Each year around this time we’re reminded by the media that taking a vacation is good for us (as if we don’t already know that). Travel and tourism companies, such as Expedia in this article, release statistics and other advertising-like information to convince us that booking a vacation is essential to our our emotional well-being.

Who can blame them? With the economic outlook appearing to be bleaker than any time since the Great Depression (according to many experts), travel and tourism may not be at the top of every person’s “to do” list. Somehow, coping with the staggering rise in groceries, the devaluation of the dollar, and every thing in between, taking a vacation, while seeming like a good idea, is simply not in everyone’s budget.

This is hitting airlines, travel agencies, hotels and the whole rest of the tourism industry hard.

At the beginning of summer the HuffPo reported that AAA’s prediction that travel would definitely go down this summer—and  it has. The weakening dollar has made world travel simply too expensive for most Americans, and gas prices, food prices, rising utility bills and the massive increase in healthcare costs this past year means that many Americans are staying home.

As someone who hasn’t had a vacation in more years than I care to remember (though I have taken time off to observe religious holy days), I’m definitely feeling the crunch. But because I observe the Jewish Sabbath, I have one day off a week where I am totally unplugged and able to tap into healing calmness—a mini-vacation of sorts.

Aside from the spiritual practices of the day, we’ve begun to notice that the actual physical practice of unplugging is really benefiting us.

Shabbat starts at sundown Friday evening and goes until a bit after sundown Saturday night. We’re finding that come Saturday night, we have absolutely no desire to “plug” back in to our phones, computer, etc. Many times, unless there is some urgent situation that requires immediate attention (yes, I do quickly check my cell phone in case there are emergencies), we remain in the “cone of silence” until Sunday morning, when we both return to work.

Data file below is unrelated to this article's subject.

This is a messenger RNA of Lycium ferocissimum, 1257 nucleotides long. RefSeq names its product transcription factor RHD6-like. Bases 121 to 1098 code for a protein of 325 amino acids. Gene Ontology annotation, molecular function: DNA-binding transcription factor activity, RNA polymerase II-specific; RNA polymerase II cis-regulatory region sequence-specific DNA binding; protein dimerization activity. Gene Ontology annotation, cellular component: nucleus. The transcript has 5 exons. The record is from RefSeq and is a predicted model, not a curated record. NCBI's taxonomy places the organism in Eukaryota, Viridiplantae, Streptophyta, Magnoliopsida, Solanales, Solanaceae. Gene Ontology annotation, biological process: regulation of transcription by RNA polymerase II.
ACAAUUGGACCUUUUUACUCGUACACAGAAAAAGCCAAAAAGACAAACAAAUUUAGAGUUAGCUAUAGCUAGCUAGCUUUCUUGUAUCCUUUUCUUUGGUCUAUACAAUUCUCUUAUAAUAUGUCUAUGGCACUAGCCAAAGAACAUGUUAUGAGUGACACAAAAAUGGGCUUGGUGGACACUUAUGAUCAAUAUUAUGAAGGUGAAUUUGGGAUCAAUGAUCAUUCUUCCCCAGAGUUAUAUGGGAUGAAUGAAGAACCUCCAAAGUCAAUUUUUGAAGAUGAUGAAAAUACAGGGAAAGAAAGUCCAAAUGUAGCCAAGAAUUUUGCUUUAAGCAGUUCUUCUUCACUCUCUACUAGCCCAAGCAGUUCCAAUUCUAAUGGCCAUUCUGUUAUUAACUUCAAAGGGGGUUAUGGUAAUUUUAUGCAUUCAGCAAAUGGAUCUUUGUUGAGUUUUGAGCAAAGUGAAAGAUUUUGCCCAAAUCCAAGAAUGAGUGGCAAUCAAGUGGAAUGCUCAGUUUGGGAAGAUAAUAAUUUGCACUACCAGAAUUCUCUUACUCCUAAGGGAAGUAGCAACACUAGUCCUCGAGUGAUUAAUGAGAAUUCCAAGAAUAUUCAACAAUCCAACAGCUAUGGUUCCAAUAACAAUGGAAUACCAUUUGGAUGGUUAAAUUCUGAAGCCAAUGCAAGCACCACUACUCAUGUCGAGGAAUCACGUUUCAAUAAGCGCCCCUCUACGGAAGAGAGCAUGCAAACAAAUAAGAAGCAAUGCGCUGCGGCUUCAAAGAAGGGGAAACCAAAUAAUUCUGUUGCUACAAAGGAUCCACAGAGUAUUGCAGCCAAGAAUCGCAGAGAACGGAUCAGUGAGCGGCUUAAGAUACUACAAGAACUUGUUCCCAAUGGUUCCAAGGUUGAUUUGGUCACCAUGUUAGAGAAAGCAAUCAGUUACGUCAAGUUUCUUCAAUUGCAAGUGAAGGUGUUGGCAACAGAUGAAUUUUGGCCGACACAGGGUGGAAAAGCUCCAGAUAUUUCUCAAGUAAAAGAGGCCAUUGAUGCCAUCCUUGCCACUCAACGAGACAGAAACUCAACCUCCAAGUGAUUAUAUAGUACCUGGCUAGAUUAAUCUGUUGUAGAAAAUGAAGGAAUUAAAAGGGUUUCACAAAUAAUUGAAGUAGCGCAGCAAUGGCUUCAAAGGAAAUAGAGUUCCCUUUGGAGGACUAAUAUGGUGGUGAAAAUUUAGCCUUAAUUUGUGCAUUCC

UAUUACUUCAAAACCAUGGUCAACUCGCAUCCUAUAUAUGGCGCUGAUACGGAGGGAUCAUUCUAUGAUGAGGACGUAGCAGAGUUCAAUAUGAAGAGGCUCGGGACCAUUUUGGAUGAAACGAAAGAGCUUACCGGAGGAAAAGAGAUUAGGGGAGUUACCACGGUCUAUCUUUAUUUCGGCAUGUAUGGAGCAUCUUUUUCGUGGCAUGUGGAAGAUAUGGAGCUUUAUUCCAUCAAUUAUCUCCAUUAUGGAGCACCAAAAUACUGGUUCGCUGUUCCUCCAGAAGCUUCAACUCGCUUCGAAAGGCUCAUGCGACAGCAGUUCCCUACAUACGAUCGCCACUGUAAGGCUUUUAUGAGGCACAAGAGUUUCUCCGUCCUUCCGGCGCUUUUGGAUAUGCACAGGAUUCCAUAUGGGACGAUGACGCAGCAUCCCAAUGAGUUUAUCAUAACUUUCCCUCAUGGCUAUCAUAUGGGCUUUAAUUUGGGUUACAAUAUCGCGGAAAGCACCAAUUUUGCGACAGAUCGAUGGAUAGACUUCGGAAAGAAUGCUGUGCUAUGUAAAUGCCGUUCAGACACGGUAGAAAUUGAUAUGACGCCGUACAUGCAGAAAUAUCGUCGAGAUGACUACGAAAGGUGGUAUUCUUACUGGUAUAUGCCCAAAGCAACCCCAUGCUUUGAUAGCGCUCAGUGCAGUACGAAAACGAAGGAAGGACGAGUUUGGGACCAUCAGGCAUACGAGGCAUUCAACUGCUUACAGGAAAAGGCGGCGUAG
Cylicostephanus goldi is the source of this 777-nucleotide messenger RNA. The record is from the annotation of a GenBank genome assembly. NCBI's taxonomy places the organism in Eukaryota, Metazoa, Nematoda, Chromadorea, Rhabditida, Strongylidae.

Over the years, I’ve recommended to those suffering from anxiety disorders that they take a mini-vacation.  It is beneficial to unplug. If a day seems overwhelming, pick a “chunk” of the day that suits you. You can try an evening or a morning or an afternoon.

For some people with anxiety, unplugging itself can be a source of anxiety. If that’s the case, then try it for an hour or so, and build up slowly until you are able to unplug for a day or more.

Here’s how to do it:

Make sure your kitchen is stocked. If you live alone, have a favorite book, a creative activity, or a good friend around. If you like to cook, have the ingredients handy. If cooking is stressful, have ready-made food available.

If you live with family and they agree to unplug with you, choose some terrific board games (I like the old-school ones like Scrabble and Monopoly), pop some popcorn (try using the stove instead of the microwave) and have a book of jokes or captivating stories to read aloud. Go ahead and wince—it sounds corny, but these simple activities really bring people together.

Turn off your portable devices, your computer, your cell phone. Unplug your home phone or mute the ringer and any answering device. T.V. and radio are also not on the menu. (Though I think that you can make a good case for playing recorded music). The main thing is: Set your own terms. What does really being unplugged mean to you?

If you live within walking distance of a park, garden, backyard, or other beautiful outdoor space, you can incorporate that into your plan. If you are in the middle of a city without a nearby outdoor space, stay home. If the only way you can find a relaxing space is to drive to it, then go ahead and do it!

If you are so inspired, prayer or meditation can be an exceptional way to unwind, uplift, and connect to the self you’ve forgotten about.

Except for the cost of food, which you’d have to pay for anyway, this vacation is free. In fact, it might even lower your electric bill!

 


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    Last reviewed: 14 Aug 2011

APA Reference
& C.R. Zwolinski, R. (2011). How To Take A Free Vacation. Psych Central. Retrieved on November 24, 2014, from http://blogs.psychcentral.com/therapy-soup/2011/08/how-to-take-a-free-vacation/

 

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